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Are you a gardener?
For the longest time, my answer to that question was…yes? I think? Sort of? But I’m terrible at it.
Nine years into having a garden, I can proudly say I’m no longer (that) terrible at it! In fact, I love almost everything about gardening. And the things I don’t love, I can mostly avoid.
Here’s some of the reasons why I love gardening:
- It gives me a fun reason to get out in the sunshine.
- Playing in the dirt is very grounding, literally and figuratively.
- Also, soil contains all-natural antidepressants! Let’s all be honest, who doesn’t need some?
- Can you even believe I made it to the fourth bullet without mentioning the HARVEST? Herbs and vegetables and fruits and flowers, oh my!
- I feel immensely proud of the foods I cultivate.
- I also feel in awe of this planet we live on and its capacity to nurture us.
- And what do you know? Growing plants teaches me about life.
Somebody told me that June is Perennial Gardening Month, and I thought, awww, I remember the days when I didn’t know what a perennial was, and now I have favorite perennials! And I have enough in my garden to sell and give away, and teach other people how to grow them, too! Look how far I’ve come.
For gardening beginners:
- An annual is a plant that lives for one growing season, then needs to be planted again from seed the next season.
- A perennial is a plant that will go dormant over the winter season then keep on growing for two years or more.
- Fun fact: there’s also a sub-category known as self-seeding annuals which die at the end of a season, but leave lots of seeds that are incredibly likely to pop up as new plants the next growing season. I love those too.
The obvious appeal to a gardener like me is that since perennials keep coming back each year, it’s less work overall to keep them happy and producing. Cheers to that, amiright? You don’t have to buy new seeds or keep nurturing tender and vulnerable seedlings, you can just clear away the weeds, do an occasional trim and for the most part, let them do their own thing year after year.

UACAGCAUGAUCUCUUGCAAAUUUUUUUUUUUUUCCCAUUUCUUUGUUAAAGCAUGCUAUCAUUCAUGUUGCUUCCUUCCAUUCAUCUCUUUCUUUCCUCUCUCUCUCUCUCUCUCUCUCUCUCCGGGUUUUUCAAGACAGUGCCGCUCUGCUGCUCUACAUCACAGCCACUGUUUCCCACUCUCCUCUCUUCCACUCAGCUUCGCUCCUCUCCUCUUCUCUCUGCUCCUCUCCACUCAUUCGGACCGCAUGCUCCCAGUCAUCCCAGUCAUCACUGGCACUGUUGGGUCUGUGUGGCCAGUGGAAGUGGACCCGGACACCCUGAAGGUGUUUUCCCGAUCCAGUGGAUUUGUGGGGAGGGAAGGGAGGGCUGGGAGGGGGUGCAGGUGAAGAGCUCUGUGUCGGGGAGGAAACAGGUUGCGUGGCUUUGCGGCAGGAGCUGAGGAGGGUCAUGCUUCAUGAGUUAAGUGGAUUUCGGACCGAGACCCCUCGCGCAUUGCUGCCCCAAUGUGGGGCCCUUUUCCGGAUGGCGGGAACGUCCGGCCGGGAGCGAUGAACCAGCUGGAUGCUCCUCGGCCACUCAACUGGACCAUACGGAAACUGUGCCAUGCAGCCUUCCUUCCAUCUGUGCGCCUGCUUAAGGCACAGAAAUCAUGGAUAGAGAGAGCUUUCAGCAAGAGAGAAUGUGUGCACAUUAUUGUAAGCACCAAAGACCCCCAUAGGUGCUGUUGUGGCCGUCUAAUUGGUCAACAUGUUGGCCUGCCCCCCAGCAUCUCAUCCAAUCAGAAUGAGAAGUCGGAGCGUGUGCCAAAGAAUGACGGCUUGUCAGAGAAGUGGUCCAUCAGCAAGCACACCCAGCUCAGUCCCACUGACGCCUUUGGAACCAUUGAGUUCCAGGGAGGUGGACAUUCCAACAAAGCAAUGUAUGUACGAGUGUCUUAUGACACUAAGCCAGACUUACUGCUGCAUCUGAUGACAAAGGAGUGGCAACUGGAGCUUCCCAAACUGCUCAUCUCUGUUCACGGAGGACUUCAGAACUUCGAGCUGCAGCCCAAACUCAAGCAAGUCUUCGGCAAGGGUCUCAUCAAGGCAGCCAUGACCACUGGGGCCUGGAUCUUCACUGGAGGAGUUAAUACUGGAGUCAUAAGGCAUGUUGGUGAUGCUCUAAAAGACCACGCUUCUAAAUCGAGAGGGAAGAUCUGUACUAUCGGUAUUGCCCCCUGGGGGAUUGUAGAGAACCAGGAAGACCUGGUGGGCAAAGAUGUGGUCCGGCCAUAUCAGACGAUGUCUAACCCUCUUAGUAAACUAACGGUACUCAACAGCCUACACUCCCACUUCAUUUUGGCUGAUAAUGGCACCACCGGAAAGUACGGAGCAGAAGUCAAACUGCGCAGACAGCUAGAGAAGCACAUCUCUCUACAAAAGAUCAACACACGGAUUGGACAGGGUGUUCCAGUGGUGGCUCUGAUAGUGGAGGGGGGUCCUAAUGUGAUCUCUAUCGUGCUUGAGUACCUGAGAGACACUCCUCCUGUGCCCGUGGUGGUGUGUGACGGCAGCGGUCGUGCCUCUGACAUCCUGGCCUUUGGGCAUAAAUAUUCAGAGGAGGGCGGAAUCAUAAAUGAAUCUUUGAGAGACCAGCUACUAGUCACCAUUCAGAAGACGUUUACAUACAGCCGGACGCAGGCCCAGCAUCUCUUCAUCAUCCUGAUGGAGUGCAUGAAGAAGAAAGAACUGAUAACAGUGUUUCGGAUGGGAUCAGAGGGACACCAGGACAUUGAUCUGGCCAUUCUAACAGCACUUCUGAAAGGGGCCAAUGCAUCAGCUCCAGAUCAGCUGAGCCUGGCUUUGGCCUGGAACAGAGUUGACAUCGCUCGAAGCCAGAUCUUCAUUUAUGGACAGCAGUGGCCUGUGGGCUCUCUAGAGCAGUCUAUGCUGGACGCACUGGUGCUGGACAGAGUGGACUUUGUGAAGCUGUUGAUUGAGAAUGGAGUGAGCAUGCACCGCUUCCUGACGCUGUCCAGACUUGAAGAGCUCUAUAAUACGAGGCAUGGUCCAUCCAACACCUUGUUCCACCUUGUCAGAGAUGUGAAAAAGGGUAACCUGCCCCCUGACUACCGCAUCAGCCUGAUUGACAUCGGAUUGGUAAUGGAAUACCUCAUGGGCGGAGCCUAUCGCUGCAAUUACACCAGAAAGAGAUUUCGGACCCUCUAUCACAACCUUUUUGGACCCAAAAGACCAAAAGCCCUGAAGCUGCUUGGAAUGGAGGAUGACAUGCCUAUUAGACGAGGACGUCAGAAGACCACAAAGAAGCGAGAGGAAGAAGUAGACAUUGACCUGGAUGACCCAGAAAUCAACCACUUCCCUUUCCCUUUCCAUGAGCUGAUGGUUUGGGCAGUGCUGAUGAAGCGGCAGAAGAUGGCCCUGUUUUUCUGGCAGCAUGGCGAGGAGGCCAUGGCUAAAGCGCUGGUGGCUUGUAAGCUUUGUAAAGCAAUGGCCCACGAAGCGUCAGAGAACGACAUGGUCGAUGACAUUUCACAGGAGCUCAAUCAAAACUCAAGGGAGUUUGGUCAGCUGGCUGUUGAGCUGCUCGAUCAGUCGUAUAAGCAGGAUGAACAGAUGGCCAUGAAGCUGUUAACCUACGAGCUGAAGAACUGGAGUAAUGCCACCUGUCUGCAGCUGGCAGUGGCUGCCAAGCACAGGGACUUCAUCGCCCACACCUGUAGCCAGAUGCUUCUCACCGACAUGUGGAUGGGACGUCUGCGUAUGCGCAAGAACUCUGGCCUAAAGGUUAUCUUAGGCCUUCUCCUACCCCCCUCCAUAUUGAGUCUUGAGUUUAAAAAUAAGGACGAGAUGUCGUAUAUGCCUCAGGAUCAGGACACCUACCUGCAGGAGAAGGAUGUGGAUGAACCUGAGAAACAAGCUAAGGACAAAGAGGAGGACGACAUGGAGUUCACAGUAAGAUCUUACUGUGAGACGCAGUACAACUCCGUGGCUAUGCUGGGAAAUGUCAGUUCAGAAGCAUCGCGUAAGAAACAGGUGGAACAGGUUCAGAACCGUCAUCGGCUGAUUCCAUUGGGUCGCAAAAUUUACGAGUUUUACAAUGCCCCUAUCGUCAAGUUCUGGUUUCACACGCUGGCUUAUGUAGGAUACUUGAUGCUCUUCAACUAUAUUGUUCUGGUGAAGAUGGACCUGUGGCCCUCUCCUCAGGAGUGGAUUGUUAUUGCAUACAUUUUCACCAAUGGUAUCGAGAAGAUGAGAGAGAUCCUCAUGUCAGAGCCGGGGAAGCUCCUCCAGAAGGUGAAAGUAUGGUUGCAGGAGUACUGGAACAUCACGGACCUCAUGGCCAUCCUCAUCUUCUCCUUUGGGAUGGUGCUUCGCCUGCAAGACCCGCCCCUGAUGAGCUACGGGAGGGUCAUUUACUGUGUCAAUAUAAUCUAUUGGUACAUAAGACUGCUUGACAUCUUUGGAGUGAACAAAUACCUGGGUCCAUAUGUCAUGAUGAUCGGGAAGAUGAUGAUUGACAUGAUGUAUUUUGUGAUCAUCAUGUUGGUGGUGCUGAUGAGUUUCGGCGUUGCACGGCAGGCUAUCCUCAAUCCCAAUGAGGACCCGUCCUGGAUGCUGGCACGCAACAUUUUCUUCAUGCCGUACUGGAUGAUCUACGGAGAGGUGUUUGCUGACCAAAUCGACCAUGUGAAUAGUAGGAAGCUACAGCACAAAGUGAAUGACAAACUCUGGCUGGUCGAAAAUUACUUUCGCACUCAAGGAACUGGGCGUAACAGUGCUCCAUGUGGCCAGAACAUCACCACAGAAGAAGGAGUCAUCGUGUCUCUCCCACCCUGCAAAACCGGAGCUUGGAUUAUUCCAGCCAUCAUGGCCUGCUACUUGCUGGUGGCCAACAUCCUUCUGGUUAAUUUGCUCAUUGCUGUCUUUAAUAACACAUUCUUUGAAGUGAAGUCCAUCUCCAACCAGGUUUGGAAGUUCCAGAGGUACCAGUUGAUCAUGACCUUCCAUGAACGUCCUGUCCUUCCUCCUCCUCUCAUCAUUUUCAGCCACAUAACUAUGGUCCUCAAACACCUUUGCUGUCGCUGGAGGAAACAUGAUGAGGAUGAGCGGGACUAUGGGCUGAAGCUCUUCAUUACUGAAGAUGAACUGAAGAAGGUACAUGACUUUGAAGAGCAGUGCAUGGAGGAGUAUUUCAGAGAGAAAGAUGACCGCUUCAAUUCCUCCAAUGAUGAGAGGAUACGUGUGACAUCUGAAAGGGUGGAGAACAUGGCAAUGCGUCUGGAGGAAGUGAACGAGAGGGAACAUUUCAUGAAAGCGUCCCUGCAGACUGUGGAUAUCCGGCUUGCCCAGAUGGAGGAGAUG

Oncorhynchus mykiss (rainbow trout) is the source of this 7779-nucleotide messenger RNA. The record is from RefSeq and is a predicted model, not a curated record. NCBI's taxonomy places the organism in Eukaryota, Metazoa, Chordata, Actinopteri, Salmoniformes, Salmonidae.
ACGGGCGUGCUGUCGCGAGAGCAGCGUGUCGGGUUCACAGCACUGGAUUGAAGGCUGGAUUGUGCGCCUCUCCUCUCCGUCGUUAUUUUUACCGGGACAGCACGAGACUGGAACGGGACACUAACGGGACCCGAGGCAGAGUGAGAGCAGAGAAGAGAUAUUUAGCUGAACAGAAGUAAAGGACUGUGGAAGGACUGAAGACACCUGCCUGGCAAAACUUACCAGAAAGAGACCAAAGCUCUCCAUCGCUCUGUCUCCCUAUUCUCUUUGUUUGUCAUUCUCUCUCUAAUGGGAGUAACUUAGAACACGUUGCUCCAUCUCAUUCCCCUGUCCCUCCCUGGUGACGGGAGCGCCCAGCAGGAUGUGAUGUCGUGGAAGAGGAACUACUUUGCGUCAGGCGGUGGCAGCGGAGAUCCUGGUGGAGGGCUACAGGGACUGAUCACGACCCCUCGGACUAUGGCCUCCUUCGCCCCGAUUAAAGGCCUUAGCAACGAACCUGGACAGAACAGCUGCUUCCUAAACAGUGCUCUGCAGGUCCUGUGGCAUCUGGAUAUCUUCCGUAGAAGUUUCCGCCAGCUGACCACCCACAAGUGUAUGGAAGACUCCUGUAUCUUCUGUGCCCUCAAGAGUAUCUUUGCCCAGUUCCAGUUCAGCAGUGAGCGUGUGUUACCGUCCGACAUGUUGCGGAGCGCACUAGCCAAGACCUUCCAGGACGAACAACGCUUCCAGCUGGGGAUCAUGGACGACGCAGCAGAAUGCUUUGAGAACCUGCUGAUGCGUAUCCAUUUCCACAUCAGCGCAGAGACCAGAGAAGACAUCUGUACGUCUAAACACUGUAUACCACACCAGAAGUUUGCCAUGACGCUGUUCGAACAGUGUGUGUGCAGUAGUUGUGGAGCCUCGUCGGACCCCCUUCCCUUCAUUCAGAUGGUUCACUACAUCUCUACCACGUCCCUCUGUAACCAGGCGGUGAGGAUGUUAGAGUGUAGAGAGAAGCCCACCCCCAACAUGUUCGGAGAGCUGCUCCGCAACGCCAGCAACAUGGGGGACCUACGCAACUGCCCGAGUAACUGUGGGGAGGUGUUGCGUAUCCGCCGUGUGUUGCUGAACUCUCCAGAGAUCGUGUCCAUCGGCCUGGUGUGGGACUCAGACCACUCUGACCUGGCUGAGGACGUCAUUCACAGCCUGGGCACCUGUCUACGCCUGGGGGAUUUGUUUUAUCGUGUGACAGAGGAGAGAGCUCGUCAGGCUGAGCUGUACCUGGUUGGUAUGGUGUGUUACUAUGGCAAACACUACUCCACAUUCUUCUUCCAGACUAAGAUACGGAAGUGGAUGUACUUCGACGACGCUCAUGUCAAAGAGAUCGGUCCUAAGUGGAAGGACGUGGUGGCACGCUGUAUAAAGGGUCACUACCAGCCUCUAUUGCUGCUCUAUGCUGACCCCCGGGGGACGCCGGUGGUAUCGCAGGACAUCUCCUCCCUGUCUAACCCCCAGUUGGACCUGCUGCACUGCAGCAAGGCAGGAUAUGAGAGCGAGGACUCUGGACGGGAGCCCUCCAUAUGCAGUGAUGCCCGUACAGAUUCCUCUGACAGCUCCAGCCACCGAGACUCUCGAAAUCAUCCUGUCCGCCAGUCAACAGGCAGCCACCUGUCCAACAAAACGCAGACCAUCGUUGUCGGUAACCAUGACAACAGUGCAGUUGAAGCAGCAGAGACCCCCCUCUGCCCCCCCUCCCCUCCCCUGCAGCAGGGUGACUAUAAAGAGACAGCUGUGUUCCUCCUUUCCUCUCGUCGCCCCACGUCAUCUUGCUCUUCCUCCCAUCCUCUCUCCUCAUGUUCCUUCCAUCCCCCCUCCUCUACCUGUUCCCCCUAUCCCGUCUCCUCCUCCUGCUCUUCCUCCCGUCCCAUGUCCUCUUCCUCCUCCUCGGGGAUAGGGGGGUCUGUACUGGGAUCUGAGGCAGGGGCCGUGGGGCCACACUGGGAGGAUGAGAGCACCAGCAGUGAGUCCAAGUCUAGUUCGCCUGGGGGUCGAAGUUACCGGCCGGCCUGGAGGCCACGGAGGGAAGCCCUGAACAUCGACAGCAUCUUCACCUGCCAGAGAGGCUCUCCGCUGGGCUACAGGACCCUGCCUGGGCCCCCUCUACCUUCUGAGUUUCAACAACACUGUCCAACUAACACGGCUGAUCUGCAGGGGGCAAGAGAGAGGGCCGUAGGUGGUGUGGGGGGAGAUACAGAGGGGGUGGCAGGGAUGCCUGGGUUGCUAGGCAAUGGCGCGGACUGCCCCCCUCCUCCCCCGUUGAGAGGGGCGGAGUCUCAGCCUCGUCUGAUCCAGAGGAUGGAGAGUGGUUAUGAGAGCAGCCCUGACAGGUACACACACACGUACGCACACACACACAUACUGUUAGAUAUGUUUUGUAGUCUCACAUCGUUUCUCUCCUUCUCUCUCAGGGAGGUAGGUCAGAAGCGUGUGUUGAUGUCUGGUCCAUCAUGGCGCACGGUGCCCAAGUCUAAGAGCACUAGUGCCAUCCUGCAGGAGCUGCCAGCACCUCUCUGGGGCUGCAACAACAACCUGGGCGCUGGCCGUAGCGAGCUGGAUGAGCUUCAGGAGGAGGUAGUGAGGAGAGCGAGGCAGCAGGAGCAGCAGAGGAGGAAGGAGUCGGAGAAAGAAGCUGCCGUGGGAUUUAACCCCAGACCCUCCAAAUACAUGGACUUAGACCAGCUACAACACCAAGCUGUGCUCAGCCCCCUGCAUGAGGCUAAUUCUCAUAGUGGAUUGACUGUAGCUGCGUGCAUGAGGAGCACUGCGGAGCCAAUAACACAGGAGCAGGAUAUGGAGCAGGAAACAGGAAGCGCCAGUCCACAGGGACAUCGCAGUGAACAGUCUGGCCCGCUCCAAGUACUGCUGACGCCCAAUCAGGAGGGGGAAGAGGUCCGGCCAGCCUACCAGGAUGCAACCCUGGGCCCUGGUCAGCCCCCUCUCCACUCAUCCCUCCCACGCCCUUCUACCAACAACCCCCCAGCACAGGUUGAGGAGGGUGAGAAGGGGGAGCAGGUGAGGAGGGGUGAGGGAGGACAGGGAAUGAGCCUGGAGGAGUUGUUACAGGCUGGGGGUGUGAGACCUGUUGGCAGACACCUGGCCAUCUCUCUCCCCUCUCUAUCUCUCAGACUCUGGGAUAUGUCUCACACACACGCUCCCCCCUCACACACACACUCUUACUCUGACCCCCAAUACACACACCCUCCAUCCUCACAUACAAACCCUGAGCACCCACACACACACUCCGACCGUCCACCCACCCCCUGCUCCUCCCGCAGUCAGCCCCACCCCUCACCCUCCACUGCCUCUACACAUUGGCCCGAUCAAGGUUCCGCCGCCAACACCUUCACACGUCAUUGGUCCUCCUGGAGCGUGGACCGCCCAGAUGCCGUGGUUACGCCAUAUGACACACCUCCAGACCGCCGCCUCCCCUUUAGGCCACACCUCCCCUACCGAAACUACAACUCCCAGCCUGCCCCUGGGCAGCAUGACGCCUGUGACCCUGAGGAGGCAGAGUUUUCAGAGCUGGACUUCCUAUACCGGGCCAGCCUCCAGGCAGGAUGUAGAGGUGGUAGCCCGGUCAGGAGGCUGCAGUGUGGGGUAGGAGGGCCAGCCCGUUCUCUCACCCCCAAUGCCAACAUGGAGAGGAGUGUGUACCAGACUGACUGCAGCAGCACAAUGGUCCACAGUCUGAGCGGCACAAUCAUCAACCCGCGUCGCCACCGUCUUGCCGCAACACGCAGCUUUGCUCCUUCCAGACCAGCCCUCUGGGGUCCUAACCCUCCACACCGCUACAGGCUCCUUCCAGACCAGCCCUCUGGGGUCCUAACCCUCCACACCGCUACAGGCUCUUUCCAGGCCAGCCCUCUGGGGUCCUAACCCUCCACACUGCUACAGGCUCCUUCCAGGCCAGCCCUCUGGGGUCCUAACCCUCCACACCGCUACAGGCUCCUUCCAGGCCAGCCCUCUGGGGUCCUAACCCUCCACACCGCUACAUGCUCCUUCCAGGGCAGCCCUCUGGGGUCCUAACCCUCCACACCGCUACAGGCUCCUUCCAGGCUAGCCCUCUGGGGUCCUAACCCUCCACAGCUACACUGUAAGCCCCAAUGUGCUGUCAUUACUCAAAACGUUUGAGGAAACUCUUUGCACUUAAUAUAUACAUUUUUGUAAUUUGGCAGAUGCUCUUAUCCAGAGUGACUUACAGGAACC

In fact, understanding the difference between annuals and perennials—and taking advantage of their differences—helps make my garden more manageable.
The first few years, it felt like so much work to maintain my 10×10 garden plot. Over the years, I’ve slowly converted sections of it to grow perennial plants that more or less take care of themselves now. So when planting time comes around I no longer dread having a mammoth task ahead of me, but rather get excited to fill in the gaps here and there with only my favorite annuals.
Without further ado, I’m going to share my favorite perennials, which are a mix of flowers and ornamental plants, and food. Because a well-rounded yard needs both, if you ask me.
I’m fairly certain that peonies are the most precious commodity in my yard. For one 2- or 3-week stretch every June (RIGHT NOW, everybody!) they bloom with the most glorious pink petals you ever did see. And I clip them and update the decor of every. single. room. of my house to include the sight and smell of fresh, fluffy peony flowers. This transient phase brings me so much joy, I can’t help but put them first on the list.